• Register
PhysicsOverflow is a next-generation academic platform for physicists and astronomers, including a community peer review system and a postgraduate-level discussion forum analogous to MathOverflow.

Welcome to PhysicsOverflow! PhysicsOverflow is an open platform for community peer review and graduate-level Physics discussion.

Please help promote PhysicsOverflow ads elsewhere if you like it.


New printer friendly PO pages!

Migration to Bielefeld University was successful!

Please vote for this year's PhysicsOverflow ads!

Please do help out in categorising submissions. Submit a paper to PhysicsOverflow!

... see more

Tools for paper authors

Submit paper
Claim Paper Authorship

Tools for SE users

Search User
Reclaim SE Account
Request Account Merger
Nativise imported posts
Claim post (deleted users)
Import SE post

Users whose questions have been imported from Physics Stack Exchange, Theoretical Physics Stack Exchange, or any other Stack Exchange site are kindly requested to reclaim their account and not to register as a new user.

Public \(\beta\) tools

Report a bug with a feature
Request a new functionality
404 page design
Send feedback


(propose a free ad)

Site Statistics

146 submissions , 123 unreviewed
3,961 questions , 1,408 unanswered
4,910 answers , 20,862 comments
1,470 users with positive rep
517 active unimported users
More ...

  How do we know the universe is expanding?

+ 0 like - 0 dislike

I'm a CS graduate, not a physicist, so my question might be a bit silly, but I haven't found an answer in the internet yet.

I've read recently that the reason behind our observation that galaxies etc. seem to be moving away from us is because the space is expanding (and not that they are simply moving at high speed through the space).

The question is: what experiment or reasoning lead scientists to this conclusion - how one can tell if this is not simply a movement through space?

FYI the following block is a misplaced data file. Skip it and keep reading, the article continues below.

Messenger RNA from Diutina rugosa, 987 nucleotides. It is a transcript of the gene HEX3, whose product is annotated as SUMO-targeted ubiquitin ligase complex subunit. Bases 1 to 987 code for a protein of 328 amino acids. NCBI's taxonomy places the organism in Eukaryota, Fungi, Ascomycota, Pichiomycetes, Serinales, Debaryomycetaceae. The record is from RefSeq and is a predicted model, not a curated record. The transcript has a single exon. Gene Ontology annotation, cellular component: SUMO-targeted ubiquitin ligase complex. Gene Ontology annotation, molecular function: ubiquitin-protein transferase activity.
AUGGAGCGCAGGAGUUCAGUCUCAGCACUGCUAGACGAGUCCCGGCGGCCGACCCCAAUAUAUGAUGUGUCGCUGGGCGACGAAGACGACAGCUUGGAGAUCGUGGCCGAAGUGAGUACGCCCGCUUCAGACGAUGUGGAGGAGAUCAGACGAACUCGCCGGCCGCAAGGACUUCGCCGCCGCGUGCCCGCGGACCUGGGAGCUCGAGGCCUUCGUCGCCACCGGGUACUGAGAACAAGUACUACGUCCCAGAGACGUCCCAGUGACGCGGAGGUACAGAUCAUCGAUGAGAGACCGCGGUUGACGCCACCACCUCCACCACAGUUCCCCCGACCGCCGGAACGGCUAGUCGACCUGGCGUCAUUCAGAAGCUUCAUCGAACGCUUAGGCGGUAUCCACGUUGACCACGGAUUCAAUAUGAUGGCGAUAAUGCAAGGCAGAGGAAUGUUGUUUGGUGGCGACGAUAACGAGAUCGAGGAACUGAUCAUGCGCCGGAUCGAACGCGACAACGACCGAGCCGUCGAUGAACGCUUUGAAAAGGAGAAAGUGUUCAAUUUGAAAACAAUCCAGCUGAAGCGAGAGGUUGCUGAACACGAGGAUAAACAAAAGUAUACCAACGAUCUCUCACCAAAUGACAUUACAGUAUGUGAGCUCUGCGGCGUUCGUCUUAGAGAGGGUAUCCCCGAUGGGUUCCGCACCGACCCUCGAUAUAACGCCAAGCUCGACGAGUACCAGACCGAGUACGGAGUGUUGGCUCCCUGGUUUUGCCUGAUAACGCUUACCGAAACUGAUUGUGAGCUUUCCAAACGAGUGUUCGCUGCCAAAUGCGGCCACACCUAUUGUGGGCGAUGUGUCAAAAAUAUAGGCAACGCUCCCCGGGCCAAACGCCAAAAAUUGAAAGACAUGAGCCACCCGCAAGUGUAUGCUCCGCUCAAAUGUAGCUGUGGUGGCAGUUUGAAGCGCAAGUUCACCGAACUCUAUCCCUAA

I've read somewhere an explanation, that it would be very peculiar that all objects are moving away from us, as we are not expected to be the center of the universe. But from my understanding of how velocity vectors addition/subtraction works, we would observe all galaxies to be going outward from us regardless of the original center of "explosion". So I guess this wasn't the best explanation/proof.

My personal problem with accepting the expansion idea, is that since objects keep their sizes intact (presumably to some forces keeping their atoms together) it should (?) provide the objects with more and more energy: consider a ball of gas which grows 1 meter in diameter and then "falls" back into it's previous size due to gravitation (or whatever other force) - it would heat up, and quite probably "bounce" again to the larger size, and oscillate like that for some period. (At least that's what I see on my simplistic 2-D simulations of balls). 

Closed as per community consensus as the post is low-level; more appropriate for physicsforums.com
asked Sep 30, 2015 in Closed Questions by qbolec [ no revision ]
retagged Oct 2, 2015 by dimension10

This is introductory general relativity, not research level. This question should rather be asked on physicsforums.

I agree with @ArnoldNeumaier, the question is not bad as such, but PhysicsOverflow is for graduate-level+ questions. Therefore I am voting to close.

1 Answer

+ 0 like - 0 dislike

The galaxies, seen from here, move at high speed through space away from us as you say, and far galaxies move faster than close galaxies. So, the universe is expanding.

Saying that space is expanding, instead of simply saying that the galaxies are moving away, reflects Einstein's General Relativity model, in which matter and energy curve space and curved space pushes matter and energy around. Under some conditions, Einstein's equations have solutions that correspond to expanding space. Imagine a balloon that is expanding, and the galaxies as dots on the surface on the balloon. The dots move away from each other because the balloon is expanding. Note that in this lower-dimensional analogy the universe is only the 2D surface of the balloon, we couldn't visualize curved 3D space intuitively.

answered Oct 1, 2015 by Giulio Prisco (155 points) [ revision history ]

user contributions licensed under cc by-sa 3.0 with attribution required

Your rights